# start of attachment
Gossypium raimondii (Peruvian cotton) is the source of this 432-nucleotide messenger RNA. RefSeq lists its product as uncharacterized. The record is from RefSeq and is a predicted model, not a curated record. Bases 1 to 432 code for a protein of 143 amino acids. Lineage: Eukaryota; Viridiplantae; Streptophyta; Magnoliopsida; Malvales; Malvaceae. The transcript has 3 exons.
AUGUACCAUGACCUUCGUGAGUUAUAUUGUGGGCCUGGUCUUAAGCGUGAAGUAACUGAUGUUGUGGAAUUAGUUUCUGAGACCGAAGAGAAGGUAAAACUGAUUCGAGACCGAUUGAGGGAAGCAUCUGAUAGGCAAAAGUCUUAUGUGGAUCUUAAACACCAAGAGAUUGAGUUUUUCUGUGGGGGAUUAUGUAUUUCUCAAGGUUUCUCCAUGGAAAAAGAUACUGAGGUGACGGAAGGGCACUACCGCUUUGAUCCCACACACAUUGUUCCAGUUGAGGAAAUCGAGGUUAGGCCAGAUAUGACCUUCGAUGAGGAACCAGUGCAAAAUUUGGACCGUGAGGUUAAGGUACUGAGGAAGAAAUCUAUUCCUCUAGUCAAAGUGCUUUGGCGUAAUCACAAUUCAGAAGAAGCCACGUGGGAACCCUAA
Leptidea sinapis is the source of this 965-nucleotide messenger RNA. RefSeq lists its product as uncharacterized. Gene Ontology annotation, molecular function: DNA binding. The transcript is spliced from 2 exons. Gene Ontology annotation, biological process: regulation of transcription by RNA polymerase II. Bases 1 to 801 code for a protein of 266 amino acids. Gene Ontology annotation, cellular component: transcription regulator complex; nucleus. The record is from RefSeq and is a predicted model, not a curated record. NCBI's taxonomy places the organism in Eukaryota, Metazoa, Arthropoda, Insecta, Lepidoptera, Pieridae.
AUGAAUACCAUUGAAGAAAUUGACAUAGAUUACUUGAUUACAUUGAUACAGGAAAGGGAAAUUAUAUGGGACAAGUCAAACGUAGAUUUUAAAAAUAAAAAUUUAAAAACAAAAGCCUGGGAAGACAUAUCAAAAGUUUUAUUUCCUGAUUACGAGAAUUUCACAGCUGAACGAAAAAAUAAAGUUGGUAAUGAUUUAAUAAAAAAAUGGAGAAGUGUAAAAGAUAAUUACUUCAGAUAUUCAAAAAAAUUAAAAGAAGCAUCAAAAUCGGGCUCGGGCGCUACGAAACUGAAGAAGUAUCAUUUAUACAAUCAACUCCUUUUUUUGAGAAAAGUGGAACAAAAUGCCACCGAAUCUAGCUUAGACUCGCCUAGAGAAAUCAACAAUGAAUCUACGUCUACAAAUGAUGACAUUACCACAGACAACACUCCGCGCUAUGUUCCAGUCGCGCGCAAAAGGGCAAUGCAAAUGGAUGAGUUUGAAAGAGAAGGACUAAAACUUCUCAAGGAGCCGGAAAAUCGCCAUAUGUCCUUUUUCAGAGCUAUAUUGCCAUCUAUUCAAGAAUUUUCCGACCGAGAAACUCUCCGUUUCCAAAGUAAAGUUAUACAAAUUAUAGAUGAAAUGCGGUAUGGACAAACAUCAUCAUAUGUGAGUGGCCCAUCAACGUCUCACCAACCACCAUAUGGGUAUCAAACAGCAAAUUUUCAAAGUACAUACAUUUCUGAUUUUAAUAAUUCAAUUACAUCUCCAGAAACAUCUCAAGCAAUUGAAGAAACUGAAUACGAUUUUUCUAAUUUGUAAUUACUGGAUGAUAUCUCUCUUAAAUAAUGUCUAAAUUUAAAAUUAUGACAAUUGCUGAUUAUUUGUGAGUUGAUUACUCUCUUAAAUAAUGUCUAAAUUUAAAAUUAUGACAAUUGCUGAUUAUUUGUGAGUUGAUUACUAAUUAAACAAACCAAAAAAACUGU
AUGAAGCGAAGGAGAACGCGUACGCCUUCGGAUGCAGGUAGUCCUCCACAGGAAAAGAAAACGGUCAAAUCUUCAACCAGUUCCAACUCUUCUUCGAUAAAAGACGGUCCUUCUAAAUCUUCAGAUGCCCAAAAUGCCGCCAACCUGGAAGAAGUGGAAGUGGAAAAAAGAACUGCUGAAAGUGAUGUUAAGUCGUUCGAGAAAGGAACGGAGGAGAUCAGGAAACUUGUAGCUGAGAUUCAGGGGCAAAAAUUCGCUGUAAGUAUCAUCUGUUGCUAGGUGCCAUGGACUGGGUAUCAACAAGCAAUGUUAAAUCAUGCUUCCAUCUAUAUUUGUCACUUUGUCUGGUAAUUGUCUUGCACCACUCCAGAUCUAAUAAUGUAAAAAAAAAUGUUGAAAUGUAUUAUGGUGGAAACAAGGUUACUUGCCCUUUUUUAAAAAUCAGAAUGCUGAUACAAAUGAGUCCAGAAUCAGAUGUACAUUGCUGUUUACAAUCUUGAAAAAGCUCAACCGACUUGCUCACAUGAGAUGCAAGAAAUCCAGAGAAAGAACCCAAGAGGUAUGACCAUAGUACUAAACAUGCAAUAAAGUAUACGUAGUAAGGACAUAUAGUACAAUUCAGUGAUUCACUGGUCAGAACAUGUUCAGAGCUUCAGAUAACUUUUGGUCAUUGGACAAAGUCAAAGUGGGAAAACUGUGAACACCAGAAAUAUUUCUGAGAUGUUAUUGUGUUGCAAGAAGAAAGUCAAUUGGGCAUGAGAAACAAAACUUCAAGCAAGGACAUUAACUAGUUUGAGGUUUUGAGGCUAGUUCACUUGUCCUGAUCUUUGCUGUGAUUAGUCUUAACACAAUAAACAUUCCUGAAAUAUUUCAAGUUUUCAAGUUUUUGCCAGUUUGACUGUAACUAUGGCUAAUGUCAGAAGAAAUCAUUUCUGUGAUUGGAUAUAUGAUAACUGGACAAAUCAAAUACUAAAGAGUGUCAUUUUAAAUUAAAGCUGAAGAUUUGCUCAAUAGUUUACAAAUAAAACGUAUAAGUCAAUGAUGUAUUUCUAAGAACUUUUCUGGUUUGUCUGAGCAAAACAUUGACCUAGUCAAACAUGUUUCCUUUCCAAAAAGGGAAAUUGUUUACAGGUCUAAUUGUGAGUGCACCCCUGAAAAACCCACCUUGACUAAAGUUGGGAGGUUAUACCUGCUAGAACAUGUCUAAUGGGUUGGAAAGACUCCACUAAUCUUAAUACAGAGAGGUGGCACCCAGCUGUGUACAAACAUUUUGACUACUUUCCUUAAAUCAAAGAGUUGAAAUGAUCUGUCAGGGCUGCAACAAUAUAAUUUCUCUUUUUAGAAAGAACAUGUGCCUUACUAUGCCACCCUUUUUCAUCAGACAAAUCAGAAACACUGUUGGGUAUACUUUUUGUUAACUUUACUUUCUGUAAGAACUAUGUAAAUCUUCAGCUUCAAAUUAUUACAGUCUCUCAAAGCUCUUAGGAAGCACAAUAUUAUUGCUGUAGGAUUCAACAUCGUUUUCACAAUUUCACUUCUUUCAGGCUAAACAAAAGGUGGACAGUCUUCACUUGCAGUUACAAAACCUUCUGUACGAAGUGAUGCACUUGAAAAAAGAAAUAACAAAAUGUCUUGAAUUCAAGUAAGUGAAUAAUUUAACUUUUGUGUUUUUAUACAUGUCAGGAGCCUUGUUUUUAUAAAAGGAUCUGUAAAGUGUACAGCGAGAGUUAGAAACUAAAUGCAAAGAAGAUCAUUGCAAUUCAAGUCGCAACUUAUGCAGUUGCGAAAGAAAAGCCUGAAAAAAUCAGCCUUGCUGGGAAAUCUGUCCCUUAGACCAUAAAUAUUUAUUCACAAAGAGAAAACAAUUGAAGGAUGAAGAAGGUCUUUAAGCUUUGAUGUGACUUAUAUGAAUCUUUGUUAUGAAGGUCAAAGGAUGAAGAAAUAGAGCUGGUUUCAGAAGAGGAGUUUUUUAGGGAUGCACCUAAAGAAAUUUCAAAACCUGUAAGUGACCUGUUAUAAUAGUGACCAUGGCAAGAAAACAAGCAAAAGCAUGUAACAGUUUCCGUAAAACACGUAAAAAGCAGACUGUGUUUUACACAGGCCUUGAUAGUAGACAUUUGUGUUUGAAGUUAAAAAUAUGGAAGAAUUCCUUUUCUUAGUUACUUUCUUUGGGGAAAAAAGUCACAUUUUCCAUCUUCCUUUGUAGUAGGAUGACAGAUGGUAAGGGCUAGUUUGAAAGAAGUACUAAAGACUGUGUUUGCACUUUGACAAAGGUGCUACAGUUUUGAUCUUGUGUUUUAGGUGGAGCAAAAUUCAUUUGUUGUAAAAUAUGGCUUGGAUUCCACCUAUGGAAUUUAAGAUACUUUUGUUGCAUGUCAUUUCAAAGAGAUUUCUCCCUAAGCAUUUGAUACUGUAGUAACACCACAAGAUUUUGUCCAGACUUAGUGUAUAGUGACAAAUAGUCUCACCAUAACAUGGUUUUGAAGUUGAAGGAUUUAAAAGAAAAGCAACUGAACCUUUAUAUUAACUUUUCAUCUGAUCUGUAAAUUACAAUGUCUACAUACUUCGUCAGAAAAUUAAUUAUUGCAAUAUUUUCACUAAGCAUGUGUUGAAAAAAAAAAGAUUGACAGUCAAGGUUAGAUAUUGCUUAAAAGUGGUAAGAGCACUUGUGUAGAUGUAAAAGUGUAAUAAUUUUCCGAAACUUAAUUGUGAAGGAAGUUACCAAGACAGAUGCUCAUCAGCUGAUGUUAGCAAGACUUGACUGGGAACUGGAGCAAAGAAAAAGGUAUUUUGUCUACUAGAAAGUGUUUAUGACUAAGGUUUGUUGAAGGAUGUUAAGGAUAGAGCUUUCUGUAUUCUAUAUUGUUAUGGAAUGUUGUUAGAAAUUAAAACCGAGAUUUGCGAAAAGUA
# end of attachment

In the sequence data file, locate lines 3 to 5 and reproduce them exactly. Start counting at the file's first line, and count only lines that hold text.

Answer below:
Leptidea sinapis is the source of this 965-nucleotide messenger RNA. RefSeq lists its product as uncharacterized. Gene Ontology annotation, molecular function: DNA binding. The transcript is spliced from 2 exons. Gene Ontology annotation, biological process: regulation of transcription by RNA polymerase II. Bases 1 to 801 code for a protein of 266 amino acids. Gene Ontology annotation, cellular component: transcription regulator complex; nucleus. The record is from RefSeq and is a predicted model, not a curated record. NCBI's taxonomy places the organism in Eukaryota, Metazoa, Arthropoda, Insecta, Lepidoptera, Pieridae.
AUGAAUACCAUUGAAGAAAUUGACAUAGAUUACUUGAUUACAUUGAUACAGGAAAGGGAAAUUAUAUGGGACAAGUCAAACGUAGAUUUUAAAAAUAAAAAUUUAAAAACAAAAGCCUGGGAAGACAUAUCAAAAGUUUUAUUUCCUGAUUACGAGAAUUUCACAGCUGAACGAAAAAAUAAAGUUGGUAAUGAUUUAAUAAAAAAAUGGAGAAGUGUAAAAGAUAAUUACUUCAGAUAUUCAAAAAAAUUAAAAGAAGCAUCAAAAUCGGGCUCGGGCGCUACGAAACUGAAGAAGUAUCAUUUAUACAAUCAACUCCUUUUUUUGAGAAAAGUGGAACAAAAUGCCACCGAAUCUAGCUUAGACUCGCCUAGAGAAAUCAACAAUGAAUCUACGUCUACAAAUGAUGACAUUACCACAGACAACACUCCGCGCUAUGUUCCAGUCGCGCGCAAAAGGGCAAUGCAAAUGGAUGAGUUUGAAAGAGAAGGACUAAAACUUCUCAAGGAGCCGGAAAAUCGCCAUAUGUCCUUUUUCAGAGCUAUAUUGCCAUCUAUUCAAGAAUUUUCCGACCGAGAAACUCUCCGUUUCCAAAGUAAAGUUAUACAAAUUAUAGAUGAAAUGCGGUAUGGACAAACAUCAUCAUAUGUGAGUGGCCCAUCAACGUCUCACCAACCACCAUAUGGGUAUCAAACAGCAAAUUUUCAAAGUACAUACAUUUCUGAUUUUAAUAAUUCAAUUACAUCUCCAGAAACAUCUCAAGCAAUUGAAGAAACUGAAUACGAUUUUUCUAAUUUGUAAUUACUGGAUGAUAUCUCUCUUAAAUAAUGUCUAAAUUUAAAAUUAUGACAAUUGCUGAUUAUUUGUGAGUUGAUUACUCUCUUAAAUAAUGUCUAAAUUUAAAAUUAUGACAAUUGCUGAUUAUUUGUGAGUUGAUUACUAAUUAAACAAACCAAAAAAACUGU
AUGAAGCGAAGGAGAACGCGUACGCCUUCGGAUGCAGGUAGUCCUCCACAGGAAAAGAAAACGGUCAAAUCUUCAACCAGUUCCAACUCUUCUUCGAUAAAAGACGGUCCUUCUAAAUCUUCAGAUGCCCAAAAUGCCGCCAACCUGGAAGAAGUGGAAGUGGAAAAAAGAACUGCUGAAAGUGAUGUUAAGUCGUUCGAGAAAGGAACGGAGGAGAUCAGGAAACUUGUAGCUGAGAUUCAGGGGCAAAAAUUCGCUGUAAGUAUCAUCUGUUGCUAGGUGCCAUGGACUGGGUAUCAACAAGCAAUGUUAAAUCAUGCUUCCAUCUAUAUUUGUCACUUUGUCUGGUAAUUGUCUUGCACCACUCCAGAUCUAAUAAUGUAAAAAAAAAUGUUGAAAUGUAUUAUGGUGGAAACAAGGUUACUUGCCCUUUUUUAAAAAUCAGAAUGCUGAUACAAAUGAGUCCAGAAUCAGAUGUACAUUGCUGUUUACAAUCUUGAAAAAGCUCAACCGACUUGCUCACAUGAGAUGCAAGAAAUCCAGAGAAAGAACCCAAGAGGUAUGACCAUAGUACUAAACAUGCAAUAAAGUAUACGUAGUAAGGACAUAUAGUACAAUUCAGUGAUUCACUGGUCAGAACAUGUUCAGAGCUUCAGAUAACUUUUGGUCAUUGGACAAAGUCAAAGUGGGAAAACUGUGAACACCAGAAAUAUUUCUGAGAUGUUAUUGUGUUGCAAGAAGAAAGUCAAUUGGGCAUGAGAAACAAAACUUCAAGCAAGGACAUUAACUAGUUUGAGGUUUUGAGGCUAGUUCACUUGUCCUGAUCUUUGCUGUGAUUAGUCUUAACACAAUAAACAUUCCUGAAAUAUUUCAAGUUUUCAAGUUUUUGCCAGUUUGACUGUAACUAUGGCUAAUGUCAGAAGAAAUCAUUUCUGUGAUUGGAUAUAUGAUAACUGGACAAAUCAAAUACUAAAGAGUGUCAUUUUAAAUUAAAGCUGAAGAUUUGCUCAAUAGUUUACAAAUAAAACGUAUAAGUCAAUGAUGUAUUUCUAAGAACUUUUCUGGUUUGUCUGAGCAAAACAUUGACCUAGUCAAACAUGUUUCCUUUCCAAAAAGGGAAAUUGUUUACAGGUCUAAUUGUGAGUGCACCCCUGAAAAACCCACCUUGACUAAAGUUGGGAGGUUAUACCUGCUAGAACAUGUCUAAUGGGUUGGAAAGACUCCACUAAUCUUAAUACAGAGAGGUGGCACCCAGCUGUGUACAAACAUUUUGACUACUUUCCUUAAAUCAAAGAGUUGAAAUGAUCUGUCAGGGCUGCAACAAUAUAAUUUCUCUUUUUAGAAAGAACAUGUGCCUUACUAUGCCACCCUUUUUCAUCAGACAAAUCAGAAACACUGUUGGGUAUACUUUUUGUUAACUUUACUUUCUGUAAGAACUAUGUAAAUCUUCAGCUUCAAAUUAUUACAGUCUCUCAAAGCUCUUAGGAAGCACAAUAUUAUUGCUGUAGGAUUCAACAUCGUUUUCACAAUUUCACUUCUUUCAGGCUAAACAAAAGGUGGACAGUCUUCACUUGCAGUUACAAAACCUUCUGUACGAAGUGAUGCACUUGAAAAAAGAAAUAACAAAAUGUCUUGAAUUCAAGUAAGUGAAUAAUUUAACUUUUGUGUUUUUAUACAUGUCAGGAGCCUUGUUUUUAUAAAAGGAUCUGUAAAGUGUACAGCGAGAGUUAGAAACUAAAUGCAAAGAAGAUCAUUGCAAUUCAAGUCGCAACUUAUGCAGUUGCGAAAGAAAAGCCUGAAAAAAUCAGCCUUGCUGGGAAAUCUGUCCCUUAGACCAUAAAUAUUUAUUCACAAAGAGAAAACAAUUGAAGGAUGAAGAAGGUCUUUAAGCUUUGAUGUGACUUAUAUGAAUCUUUGUUAUGAAGGUCAAAGGAUGAAGAAAUAGAGCUGGUUUCAGAAGAGGAGUUUUUUAGGGAUGCACCUAAAGAAAUUUCAAAACCUGUAAGUGACCUGUUAUAAUAGUGACCAUGGCAAGAAAACAAGCAAAAGCAUGUAACAGUUUCCGUAAAACACGUAAAAAGCAGACUGUGUUUUACACAGGCCUUGAUAGUAGACAUUUGUGUUUGAAGUUAAAAAUAUGGAAGAAUUCCUUUUCUUAGUUACUUUCUUUGGGGAAAAAAGUCACAUUUUCCAUCUUCCUUUGUAGUAGGAUGACAGAUGGUAAGGGCUAGUUUGAAAGAAGUACUAAAGACUGUGUUUGCACUUUGACAAAGGUGCUACAGUUUUGAUCUUGUGUUUUAGGUGGAGCAAAAUUCAUUUGUUGUAAAAUAUGGCUUGGAUUCCACCUAUGGAAUUUAAGAUACUUUUGUUGCAUGUCAUUUCAAAGAGAUUUCUCCCUAAGCAUUUGAUACUGUAGUAACACCACAAGAUUUUGUCCAGACUUAGUGUAUAGUGACAAAUAGUCUCACCAUAACAUGGUUUUGAAGUUGAAGGAUUUAAAAGAAAAGCAACUGAACCUUUAUAUUAACUUUUCAUCUGAUCUGUAAAUUACAAUGUCUACAUACUUCGUCAGAAAAUUAAUUAUUGCAAUAUUUUCACUAAGCAUGUGUUGAAAAAAAAAAGAUUGACAGUCAAGGUUAGAUAUUGCUUAAAAGUGGUAAGAGCACUUGUGUAGAUGUAAAAGUGUAAUAAUUUUCCGAAACUUAAUUGUGAAGGAAGUUACCAAGACAGAUGCUCAUCAGCUGAUGUUAGCAAGACUUGACUGGGAACUGGAGCAAAGAAAAAGGUAUUUUGUCUACUAGAAAGUGUUUAUGACUAAGGUUUGUUGAAGGAUGUUAAGGAUAGAGCUUUCUGUAUUCUAUAUUGUUAUGGAAUGUUGUUAGAAAUUAAAACCGAGAUUUGCGAAAAGUA